Jokes

Donald Davie

  • In the Circumstances: About Poems and Poets by Peter Robinson
    Oxford, 260 pp, £35.00, May 1992, ISBN 0 19 811248 3

It seems now that there was always something odd about Peter Robinson’s being the editor, in 1985, of Geoffrey Hill: Essays on His Work, from the Open University Press. Robinson’s sensibility, particularly as one had encountered it in his poems, pointed away from the aloofness of Hill’s attitude to his public, and away from Hill’s lofty and recherché diction, towards something plainer, more demotically awkward, more (the word presented itself) Wordsworthian. Perhaps I’m being wise after the event: at any rate the event –this collection of nine demanding and tough-minded essays –bears me out. Wordsworth is its presiding presence; his poetry is the bar before which other poets –Auden and Eliot, Hardy and Robert Lowell and Browning. Pound and, yes, Hill – are brought to judgment.

This is not overt. Robinson can’t, any more than the rest of us, come on like a latter-day Leavis, a fearlessly normative critic; instead, psychologists and moral philosophers are wheeled in to support the decorous illusion that Robinson is pursuing an investigation, not sitting in judgment. But he is sitting in judgment, all the same; and more power to his elbow, I say.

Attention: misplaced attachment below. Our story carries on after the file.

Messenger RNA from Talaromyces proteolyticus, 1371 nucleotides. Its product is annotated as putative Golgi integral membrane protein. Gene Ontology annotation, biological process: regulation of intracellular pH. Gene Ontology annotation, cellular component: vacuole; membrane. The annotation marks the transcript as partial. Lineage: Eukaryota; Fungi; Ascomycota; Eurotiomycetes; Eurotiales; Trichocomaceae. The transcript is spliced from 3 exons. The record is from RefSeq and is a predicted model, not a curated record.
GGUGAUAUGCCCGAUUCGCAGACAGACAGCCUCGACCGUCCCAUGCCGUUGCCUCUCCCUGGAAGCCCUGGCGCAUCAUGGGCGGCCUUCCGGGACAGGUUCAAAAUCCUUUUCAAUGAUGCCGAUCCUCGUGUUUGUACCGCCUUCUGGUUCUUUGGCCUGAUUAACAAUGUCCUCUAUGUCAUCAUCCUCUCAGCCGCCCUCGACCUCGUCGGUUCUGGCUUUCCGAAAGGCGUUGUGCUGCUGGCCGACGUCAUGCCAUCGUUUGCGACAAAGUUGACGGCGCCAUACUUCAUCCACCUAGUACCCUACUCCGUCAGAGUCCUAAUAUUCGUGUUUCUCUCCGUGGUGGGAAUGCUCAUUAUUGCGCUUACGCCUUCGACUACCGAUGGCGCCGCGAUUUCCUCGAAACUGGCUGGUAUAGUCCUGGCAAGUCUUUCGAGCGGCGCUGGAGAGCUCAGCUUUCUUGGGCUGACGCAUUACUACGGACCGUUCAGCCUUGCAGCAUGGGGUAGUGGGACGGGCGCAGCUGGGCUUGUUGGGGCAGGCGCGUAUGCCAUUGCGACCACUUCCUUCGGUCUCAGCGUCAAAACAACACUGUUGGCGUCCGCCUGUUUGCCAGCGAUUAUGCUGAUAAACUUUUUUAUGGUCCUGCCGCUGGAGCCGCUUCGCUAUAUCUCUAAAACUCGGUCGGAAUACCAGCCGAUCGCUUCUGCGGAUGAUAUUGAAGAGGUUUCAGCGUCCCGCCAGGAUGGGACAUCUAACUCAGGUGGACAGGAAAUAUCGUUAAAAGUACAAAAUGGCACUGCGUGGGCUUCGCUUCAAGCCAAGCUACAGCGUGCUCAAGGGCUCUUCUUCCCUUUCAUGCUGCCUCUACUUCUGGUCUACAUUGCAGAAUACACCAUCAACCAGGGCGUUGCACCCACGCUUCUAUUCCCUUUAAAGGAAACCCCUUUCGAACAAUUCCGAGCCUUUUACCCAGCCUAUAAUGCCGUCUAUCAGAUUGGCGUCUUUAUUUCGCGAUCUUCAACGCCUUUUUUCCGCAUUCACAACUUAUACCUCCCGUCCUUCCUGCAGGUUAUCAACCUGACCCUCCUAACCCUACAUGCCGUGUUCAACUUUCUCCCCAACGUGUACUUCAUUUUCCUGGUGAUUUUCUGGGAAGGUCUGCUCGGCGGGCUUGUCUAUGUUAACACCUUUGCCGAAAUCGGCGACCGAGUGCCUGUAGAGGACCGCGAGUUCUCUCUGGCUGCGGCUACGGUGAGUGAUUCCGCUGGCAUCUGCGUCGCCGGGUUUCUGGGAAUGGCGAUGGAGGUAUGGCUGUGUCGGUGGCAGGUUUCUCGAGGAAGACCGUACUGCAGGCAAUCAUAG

There aren’t a lot of Wordsworthians around, when you come to look. Oh of course there is the Grasmere industry, a solidly thriving concern; editors of the Wordsworth texts won’t soon go out of business, and the tourists will doubtless continue to flock in gratifying numbers. But if we look for Wordsworth as a live presence in the poetry of this century, we come up with Norman Nicholson and Basil Bunting, and who else? In a tight spot Wall-ace Stevens appealed to the famous line from ‘Michael’, ‘And never lifted up a single stone’ (drawing from it unwarrantable inferences, as Robinson points out): but Stevens’s admirers know they are on safer ground if they appeal to Coleridge or Keats, Blake Or Emerson. It takes some nerve, in fact, to offer as prime exhibit ‘The Sailor’s Mother’:

  One morning (raw it was and wet –
  A foggy day in winter time)
  A Woman on the road I met,
  Not old, though something past her prime:
  Majestic in her person, tall and straight;
And like a Roman Matron’s was her mien and gait.

   The ancient spirit is not dead;
   Old times, thought I, are breathing there;
   Proud was I that my country bred
   Such strength, a dignity so fair:
   She begged an alms, like one in poor estate;
I looked at her again, nor did my pride abate.

   When from these lofty thoughts I woke
   ‘What is it.’ said I, ‘that you bear,
   Beneath the covert of your Cloak,
   Protected from this cold damp air?’
   She answered, soon as she the question heard,
‘A simple burthen, Sir, a little Singing-bird.’

The next line is in the same strain, less than marmoreal: ‘And, thus continuing, she said ...’ How can this not offend now, as it did in 1807 when it first appeared and dismayed Coleridge? Is this what we understand as poetry, we who have relished Lowell transforming Montale’s ‘South winds have lashed the old walls for years’ into For years the sirocco gunned the dead stucco with sand’? Peter Robinson boldly and admirably demonstrates that in context Wordsworth’s line, lame and tame as it is, not only equals but surpasses Lowell’s inventive fire and finish.

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